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An Appreciation

Harlem Globetrotters’ Curly Neal was truly a global icon

Fred ‘Curly’ Neal died at the age of 77 on Thursday

Watching the likes of Stephen Curry, Kyrie Irving, Allen Iverson, Kenny Anderson, God Shammgod, Mahmoud Abdul-Rauf, Isiah Thomas, Tim Hardaway and Chris Paul masterfully dribble a basketball in recent years has been a thing of beauty. But before any of them patted the leather globe, there was the artistry of Harlem Globetrotters star Curly Neal.

I became enamored with Neal and the Globetrotters when I was a young child watching them on television. My mom reminded me that she took me to see the Globetrotters at the Oakland-Alameda County Coliseum, also known as Oracle Arena, when I was a kid. I remember always laughing at Meadowlark Lemon or Goose Tatum tossing the fake bucket of water that really contained confetti at fans. I was amused by the awful Washington Generals, who always lost to the Globetrotters. But it was the baldheaded Neal who caught my eye more than anyone. Nicknamed after one of the famed Three Stooges, Neal constantly left his defenders bewildered by his fancy dribbling before making an open layup.

Fred “Curly” Neal died at the age of 77 Thursday morning. Former Globetrotters owner Mannie Jackson told The Undefeated that Neal had been battling complications from a stroke in recent years while living in Houston. The Greensboro, North Carolina, native had played in more than 6,000 games in 97 countries for the Globetrotters from 1963 to 1985.

“Curly was an icon and a legend with the Globetrotters,” Globetrotters senior vice president of communications Brett Meister said to The Undefeated. “He was a personal friend. It’s been a tough day.”

Fred “Curly” Neal (left) of the Harlem Globetrotters shows New York City Mayor Abe Beame (right) the art of balancing a basketball during a ceremony at New York’s City Hall Feb. 15, 1977. Beame issued a proclamation declaring the week Harlem Globetrotters Week, marking the team’s 50th year.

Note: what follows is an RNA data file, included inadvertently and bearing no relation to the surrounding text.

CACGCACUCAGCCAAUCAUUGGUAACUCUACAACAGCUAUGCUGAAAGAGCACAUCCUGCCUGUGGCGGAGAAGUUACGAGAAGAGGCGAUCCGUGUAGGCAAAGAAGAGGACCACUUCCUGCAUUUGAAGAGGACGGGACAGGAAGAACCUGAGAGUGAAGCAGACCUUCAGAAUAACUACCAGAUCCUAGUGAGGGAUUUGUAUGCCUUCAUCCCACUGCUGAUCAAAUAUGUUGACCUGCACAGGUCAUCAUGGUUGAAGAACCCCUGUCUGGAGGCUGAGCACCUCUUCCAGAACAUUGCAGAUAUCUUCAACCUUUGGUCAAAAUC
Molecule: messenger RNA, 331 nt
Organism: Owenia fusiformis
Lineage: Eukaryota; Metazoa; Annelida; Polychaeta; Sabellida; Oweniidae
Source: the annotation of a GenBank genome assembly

AP Photo

Neal is arguably the most well-known player in Globetrotters history. During his era, he made TV appearances on ABC’s Wide World of Sports, The Harlem Globetrotters on Gilligan’s Island and The Harlem Globetrotters Popcorn Machine, plus the Harlem Globetrotters cartoon series and episodes of Scooby-Doo.

The Globetrotters retired Neal’s No. 22 at New York’s Madison Square Garden on Feb. 15, 2008, joining Lemon (36), Tatum (50), Marques Haynes (20) and Wilt Chamberlain (13). Neal also received the Globetrotters’ Legends ring.

“Curly Neal represents the purity of sport and everything that is great about the Globetrotters and the game of basketball,” then-Globetrotters CEO Kurt Schneider said in a statement in 2008. “He helped build this organization into a worldwide phenomenon, and we are proud to bestow this honor upon him. He truly personifies wholesome family entertainment and elicits fond memories for millions of fans around the world.”

Neal was also a college basketball star at Johnson C. Smith, a historically black university in Charlotte, North Carolina. Before playing for the Globetrotters, he averaged 23 points per game while leading Johnson C. Smith to a CIAA title. Neal was inducted into the 2008 class of the North Carolina Sports Hall of Fame.

“He was good, but he also had a personality type that we don’t even see in sports today,” Jackson said. “But as a player he was confident. He could handle the ball and he had a range in his shooting like nothing I had seen before. A great shooter. Good guy. Good skills.”

Neal dribbled into the hearts of basketball fans all over the world with the legendary Globetrotters. While the younger generation can admire the crossovers of Curry and Irving today, perhaps they can also find time on YouTube to pay respect to Curly, who was truly a global icon.

“This guy was a gifted basketball player,” Jackson said. “I mean truly gifted.”

Marc J. Spears is the senior NBA writer for Andscape. He used to be able to dunk on you, but he hasn’t been able to in years and his knees still hurt.